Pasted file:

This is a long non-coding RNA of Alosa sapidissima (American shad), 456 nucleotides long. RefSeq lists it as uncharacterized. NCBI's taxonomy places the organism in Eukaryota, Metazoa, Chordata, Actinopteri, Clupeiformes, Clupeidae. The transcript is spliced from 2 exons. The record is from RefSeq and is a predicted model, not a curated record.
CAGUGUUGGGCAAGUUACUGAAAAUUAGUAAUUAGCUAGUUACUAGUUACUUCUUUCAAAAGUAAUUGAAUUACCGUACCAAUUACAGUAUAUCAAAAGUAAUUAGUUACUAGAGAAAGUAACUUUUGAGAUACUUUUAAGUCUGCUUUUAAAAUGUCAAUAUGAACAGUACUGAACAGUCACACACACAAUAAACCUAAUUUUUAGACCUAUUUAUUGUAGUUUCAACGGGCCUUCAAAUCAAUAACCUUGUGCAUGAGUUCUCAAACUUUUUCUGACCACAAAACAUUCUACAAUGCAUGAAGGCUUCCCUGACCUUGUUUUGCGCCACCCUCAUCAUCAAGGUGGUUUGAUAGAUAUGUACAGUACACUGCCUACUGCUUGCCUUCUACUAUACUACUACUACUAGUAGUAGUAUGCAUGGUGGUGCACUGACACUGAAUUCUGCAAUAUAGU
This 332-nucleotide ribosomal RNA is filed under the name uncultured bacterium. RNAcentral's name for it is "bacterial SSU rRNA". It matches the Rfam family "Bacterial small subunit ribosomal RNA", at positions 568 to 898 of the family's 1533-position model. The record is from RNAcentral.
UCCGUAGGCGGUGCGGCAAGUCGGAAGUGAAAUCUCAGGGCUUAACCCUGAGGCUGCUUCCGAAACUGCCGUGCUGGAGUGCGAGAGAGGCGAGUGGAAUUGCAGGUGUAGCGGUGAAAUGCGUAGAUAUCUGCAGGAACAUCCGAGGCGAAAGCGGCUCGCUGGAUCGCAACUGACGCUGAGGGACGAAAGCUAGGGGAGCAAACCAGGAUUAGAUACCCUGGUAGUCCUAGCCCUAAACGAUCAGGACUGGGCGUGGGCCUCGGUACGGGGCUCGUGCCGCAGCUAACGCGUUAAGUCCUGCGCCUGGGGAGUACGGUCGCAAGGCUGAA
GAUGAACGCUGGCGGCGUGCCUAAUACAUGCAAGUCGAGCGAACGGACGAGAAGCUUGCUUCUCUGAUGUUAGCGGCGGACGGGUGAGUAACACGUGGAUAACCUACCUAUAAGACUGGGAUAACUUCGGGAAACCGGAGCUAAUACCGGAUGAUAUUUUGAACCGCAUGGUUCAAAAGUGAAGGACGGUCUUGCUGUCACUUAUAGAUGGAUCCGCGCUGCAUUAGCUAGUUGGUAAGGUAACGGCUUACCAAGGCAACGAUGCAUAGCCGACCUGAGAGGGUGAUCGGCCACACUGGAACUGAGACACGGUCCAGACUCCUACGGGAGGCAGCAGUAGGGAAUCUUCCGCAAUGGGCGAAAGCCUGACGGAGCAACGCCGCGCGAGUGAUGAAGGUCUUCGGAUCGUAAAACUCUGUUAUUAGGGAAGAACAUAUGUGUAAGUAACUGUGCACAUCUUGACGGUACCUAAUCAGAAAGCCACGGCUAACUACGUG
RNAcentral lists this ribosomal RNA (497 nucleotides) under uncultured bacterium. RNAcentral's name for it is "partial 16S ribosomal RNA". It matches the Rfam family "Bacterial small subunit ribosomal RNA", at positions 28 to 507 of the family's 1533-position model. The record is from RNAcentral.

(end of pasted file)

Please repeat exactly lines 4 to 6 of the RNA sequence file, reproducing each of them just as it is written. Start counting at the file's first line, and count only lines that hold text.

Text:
UCCGUAGGCGGUGCGGCAAGUCGGAAGUGAAAUCUCAGGGCUUAACCCUGAGGCUGCUUCCGAAACUGCCGUGCUGGAGUGCGAGAGAGGCGAGUGGAAUUGCAGGUGUAGCGGUGAAAUGCGUAGAUAUCUGCAGGAACAUCCGAGGCGAAAGCGGCUCGCUGGAUCGCAACUGACGCUGAGGGACGAAAGCUAGGGGAGCAAACCAGGAUUAGAUACCCUGGUAGUCCUAGCCCUAAACGAUCAGGACUGGGCGUGGGCCUCGGUACGGGGCUCGUGCCGCAGCUAACGCGUUAAGUCCUGCGCCUGGGGAGUACGGUCGCAAGGCUGAA
GAUGAACGCUGGCGGCGUGCCUAAUACAUGCAAGUCGAGCGAACGGACGAGAAGCUUGCUUCUCUGAUGUUAGCGGCGGACGGGUGAGUAACACGUGGAUAACCUACCUAUAAGACUGGGAUAACUUCGGGAAACCGGAGCUAAUACCGGAUGAUAUUUUGAACCGCAUGGUUCAAAAGUGAAGGACGGUCUUGCUGUCACUUAUAGAUGGAUCCGCGCUGCAUUAGCUAGUUGGUAAGGUAACGGCUUACCAAGGCAACGAUGCAUAGCCGACCUGAGAGGGUGAUCGGCCACACUGGAACUGAGACACGGUCCAGACUCCUACGGGAGGCAGCAGUAGGGAAUCUUCCGCAAUGGGCGAAAGCCUGACGGAGCAACGCCGCGCGAGUGAUGAAGGUCUUCGGAUCGUAAAACUCUGUUAUUAGGGAAGAACAUAUGUGUAAGUAACUGUGCACAUCUUGACGGUACCUAAUCAGAAAGCCACGGCUAACUACGUG
RNAcentral lists this ribosomal RNA (497 nucleotides) under uncultured bacterium. RNAcentral's name for it is "partial 16S ribosomal RNA". It matches the Rfam family "Bacterial small subunit ribosomal RNA", at positions 28 to 507 of the family's 1533-position model. The record is from RNAcentral.